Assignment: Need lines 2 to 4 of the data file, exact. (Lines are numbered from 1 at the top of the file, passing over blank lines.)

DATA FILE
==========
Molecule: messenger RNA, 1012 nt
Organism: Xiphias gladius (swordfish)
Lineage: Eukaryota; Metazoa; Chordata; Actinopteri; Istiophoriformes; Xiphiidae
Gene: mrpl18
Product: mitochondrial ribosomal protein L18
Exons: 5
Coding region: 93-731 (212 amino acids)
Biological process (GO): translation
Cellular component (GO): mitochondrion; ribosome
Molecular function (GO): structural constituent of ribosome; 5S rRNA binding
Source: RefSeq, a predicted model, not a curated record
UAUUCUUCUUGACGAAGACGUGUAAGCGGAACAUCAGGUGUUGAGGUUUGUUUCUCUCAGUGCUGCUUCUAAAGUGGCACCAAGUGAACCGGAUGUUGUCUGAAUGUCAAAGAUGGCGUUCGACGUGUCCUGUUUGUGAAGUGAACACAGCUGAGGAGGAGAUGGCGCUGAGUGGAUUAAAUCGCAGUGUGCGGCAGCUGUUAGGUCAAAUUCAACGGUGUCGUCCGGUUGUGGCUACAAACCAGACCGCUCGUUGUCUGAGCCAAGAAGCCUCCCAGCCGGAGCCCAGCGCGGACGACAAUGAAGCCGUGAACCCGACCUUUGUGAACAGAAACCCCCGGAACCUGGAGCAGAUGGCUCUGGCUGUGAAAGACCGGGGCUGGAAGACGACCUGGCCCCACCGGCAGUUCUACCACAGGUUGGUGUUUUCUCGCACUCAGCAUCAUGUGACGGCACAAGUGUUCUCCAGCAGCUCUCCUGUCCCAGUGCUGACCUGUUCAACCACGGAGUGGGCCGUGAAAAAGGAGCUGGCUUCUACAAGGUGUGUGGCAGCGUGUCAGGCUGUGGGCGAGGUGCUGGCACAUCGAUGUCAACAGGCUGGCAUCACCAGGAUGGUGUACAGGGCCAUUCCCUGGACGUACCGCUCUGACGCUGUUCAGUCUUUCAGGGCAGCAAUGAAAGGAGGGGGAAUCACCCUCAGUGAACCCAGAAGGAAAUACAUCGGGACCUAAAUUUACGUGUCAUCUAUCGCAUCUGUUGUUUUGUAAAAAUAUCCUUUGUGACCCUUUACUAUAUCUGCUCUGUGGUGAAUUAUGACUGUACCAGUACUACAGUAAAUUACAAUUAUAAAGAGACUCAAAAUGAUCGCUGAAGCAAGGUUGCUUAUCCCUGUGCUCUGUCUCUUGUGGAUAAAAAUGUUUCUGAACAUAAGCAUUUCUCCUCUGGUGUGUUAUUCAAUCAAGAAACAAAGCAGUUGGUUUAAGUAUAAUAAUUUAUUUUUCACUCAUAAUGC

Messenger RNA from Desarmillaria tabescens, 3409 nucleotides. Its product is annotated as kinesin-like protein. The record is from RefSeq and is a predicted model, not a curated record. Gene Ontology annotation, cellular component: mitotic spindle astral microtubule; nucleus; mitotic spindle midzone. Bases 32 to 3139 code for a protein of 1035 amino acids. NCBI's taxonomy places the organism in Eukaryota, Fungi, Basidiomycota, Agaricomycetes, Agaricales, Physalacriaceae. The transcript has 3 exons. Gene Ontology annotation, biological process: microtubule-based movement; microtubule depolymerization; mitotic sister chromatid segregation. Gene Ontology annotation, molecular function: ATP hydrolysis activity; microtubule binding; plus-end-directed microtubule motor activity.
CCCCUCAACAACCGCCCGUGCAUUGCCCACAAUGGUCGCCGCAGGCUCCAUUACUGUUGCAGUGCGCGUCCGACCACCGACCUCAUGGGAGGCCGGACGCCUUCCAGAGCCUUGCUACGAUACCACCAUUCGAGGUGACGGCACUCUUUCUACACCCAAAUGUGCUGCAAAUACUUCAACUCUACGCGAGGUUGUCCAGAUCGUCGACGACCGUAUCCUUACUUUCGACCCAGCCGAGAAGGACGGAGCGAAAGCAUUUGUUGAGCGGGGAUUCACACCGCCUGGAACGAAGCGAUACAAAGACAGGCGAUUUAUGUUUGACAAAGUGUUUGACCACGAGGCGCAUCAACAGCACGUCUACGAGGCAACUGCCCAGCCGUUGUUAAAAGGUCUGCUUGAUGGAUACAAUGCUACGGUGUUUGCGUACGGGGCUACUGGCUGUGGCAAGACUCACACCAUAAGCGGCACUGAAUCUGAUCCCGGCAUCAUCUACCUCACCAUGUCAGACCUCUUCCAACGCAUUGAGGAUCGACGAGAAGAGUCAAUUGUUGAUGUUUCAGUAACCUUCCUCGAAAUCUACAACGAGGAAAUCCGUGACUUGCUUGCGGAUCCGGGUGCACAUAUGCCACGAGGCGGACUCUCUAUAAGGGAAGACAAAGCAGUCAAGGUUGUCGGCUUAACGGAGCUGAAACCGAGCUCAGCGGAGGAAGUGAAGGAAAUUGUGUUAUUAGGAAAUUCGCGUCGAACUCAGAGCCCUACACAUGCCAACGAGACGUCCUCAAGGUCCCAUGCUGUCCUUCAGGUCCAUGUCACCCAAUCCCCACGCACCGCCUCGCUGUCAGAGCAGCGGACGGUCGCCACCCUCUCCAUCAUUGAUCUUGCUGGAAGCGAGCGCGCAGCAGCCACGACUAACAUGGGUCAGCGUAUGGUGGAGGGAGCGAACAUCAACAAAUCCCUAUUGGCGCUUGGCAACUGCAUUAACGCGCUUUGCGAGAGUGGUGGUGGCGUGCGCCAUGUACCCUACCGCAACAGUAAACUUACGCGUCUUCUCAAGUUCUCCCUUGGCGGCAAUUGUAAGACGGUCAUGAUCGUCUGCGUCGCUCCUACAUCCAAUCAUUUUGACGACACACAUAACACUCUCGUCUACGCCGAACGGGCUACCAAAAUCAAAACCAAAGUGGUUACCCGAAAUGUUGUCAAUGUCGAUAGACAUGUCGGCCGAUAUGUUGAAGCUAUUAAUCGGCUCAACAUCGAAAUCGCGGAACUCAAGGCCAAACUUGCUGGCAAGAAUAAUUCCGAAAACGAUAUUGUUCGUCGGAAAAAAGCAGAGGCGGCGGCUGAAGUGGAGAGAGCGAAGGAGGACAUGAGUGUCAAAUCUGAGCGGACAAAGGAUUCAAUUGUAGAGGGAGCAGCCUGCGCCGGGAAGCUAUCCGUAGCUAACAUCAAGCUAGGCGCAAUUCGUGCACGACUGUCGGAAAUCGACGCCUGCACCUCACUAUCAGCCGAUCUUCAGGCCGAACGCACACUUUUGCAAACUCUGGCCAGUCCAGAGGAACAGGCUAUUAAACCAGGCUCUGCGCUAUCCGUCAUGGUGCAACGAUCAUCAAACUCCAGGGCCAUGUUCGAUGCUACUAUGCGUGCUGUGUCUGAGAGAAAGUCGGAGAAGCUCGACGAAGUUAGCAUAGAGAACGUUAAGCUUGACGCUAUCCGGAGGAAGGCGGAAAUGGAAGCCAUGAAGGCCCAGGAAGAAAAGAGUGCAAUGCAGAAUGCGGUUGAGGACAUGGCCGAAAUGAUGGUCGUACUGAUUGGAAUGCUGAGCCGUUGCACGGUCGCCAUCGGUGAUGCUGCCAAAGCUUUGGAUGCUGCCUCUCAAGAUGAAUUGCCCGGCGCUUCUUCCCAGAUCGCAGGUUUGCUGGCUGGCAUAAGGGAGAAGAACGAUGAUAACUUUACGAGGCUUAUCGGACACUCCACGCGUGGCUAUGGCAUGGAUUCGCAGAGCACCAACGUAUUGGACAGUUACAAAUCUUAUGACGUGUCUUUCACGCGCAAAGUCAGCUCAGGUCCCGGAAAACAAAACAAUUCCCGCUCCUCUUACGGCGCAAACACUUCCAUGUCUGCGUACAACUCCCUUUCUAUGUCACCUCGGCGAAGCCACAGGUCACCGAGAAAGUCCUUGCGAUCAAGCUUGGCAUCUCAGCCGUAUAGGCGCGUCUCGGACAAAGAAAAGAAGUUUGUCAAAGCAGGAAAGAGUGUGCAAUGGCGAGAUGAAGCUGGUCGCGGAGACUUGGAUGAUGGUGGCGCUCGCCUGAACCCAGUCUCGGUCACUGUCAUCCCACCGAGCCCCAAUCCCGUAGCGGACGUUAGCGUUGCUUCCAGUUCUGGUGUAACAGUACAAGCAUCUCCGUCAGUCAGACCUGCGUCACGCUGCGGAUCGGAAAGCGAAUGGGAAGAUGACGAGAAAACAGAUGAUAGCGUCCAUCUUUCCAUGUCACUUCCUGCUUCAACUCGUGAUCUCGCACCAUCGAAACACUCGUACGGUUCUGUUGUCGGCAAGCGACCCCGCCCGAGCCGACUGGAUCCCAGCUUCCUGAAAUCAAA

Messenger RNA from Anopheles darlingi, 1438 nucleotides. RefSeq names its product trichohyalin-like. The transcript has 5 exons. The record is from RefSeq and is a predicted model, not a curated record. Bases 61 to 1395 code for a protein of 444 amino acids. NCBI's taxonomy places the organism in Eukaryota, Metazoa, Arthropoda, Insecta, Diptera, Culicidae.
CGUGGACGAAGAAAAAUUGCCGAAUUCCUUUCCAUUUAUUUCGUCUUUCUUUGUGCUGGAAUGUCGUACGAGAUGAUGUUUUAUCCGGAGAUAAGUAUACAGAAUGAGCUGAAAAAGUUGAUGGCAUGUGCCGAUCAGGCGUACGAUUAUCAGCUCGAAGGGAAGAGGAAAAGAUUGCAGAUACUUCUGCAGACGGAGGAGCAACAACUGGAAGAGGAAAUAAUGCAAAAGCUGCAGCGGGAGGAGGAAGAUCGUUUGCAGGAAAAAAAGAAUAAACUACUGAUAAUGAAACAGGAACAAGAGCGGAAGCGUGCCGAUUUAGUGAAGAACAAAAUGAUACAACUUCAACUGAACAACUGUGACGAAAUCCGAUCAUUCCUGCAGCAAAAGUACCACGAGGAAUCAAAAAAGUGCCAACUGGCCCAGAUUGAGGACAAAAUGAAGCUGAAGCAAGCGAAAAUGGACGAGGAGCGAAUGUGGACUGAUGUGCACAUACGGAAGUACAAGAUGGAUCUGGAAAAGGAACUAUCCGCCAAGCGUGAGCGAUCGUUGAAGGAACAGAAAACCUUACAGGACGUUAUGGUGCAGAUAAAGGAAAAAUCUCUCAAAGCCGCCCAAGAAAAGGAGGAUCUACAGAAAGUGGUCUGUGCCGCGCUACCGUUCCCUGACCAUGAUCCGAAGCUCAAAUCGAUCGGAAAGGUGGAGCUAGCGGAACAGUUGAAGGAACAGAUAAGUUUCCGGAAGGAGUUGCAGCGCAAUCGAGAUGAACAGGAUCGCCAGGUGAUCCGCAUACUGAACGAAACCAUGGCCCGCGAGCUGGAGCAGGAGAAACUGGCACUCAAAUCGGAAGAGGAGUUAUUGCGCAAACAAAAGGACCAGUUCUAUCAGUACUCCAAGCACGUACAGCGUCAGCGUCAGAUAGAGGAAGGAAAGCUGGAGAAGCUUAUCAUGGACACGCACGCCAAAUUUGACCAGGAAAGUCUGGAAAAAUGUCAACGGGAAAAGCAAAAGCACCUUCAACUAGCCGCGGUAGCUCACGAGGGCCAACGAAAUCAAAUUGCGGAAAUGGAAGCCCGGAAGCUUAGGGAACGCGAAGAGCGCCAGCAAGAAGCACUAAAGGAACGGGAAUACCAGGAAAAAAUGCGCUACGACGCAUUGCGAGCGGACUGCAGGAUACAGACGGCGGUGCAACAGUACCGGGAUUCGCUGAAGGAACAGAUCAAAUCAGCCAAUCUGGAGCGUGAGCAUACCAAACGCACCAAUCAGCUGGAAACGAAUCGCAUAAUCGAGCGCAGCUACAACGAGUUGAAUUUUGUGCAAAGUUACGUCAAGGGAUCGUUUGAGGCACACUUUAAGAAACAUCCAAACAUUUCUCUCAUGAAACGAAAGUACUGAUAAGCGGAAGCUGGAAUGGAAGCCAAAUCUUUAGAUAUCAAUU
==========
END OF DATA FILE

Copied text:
Organism: Xiphias gladius (swordfish)
Lineage: Eukaryota; Metazoa; Chordata; Actinopteri; Istiophoriformes; Xiphiidae
Gene: mrpl18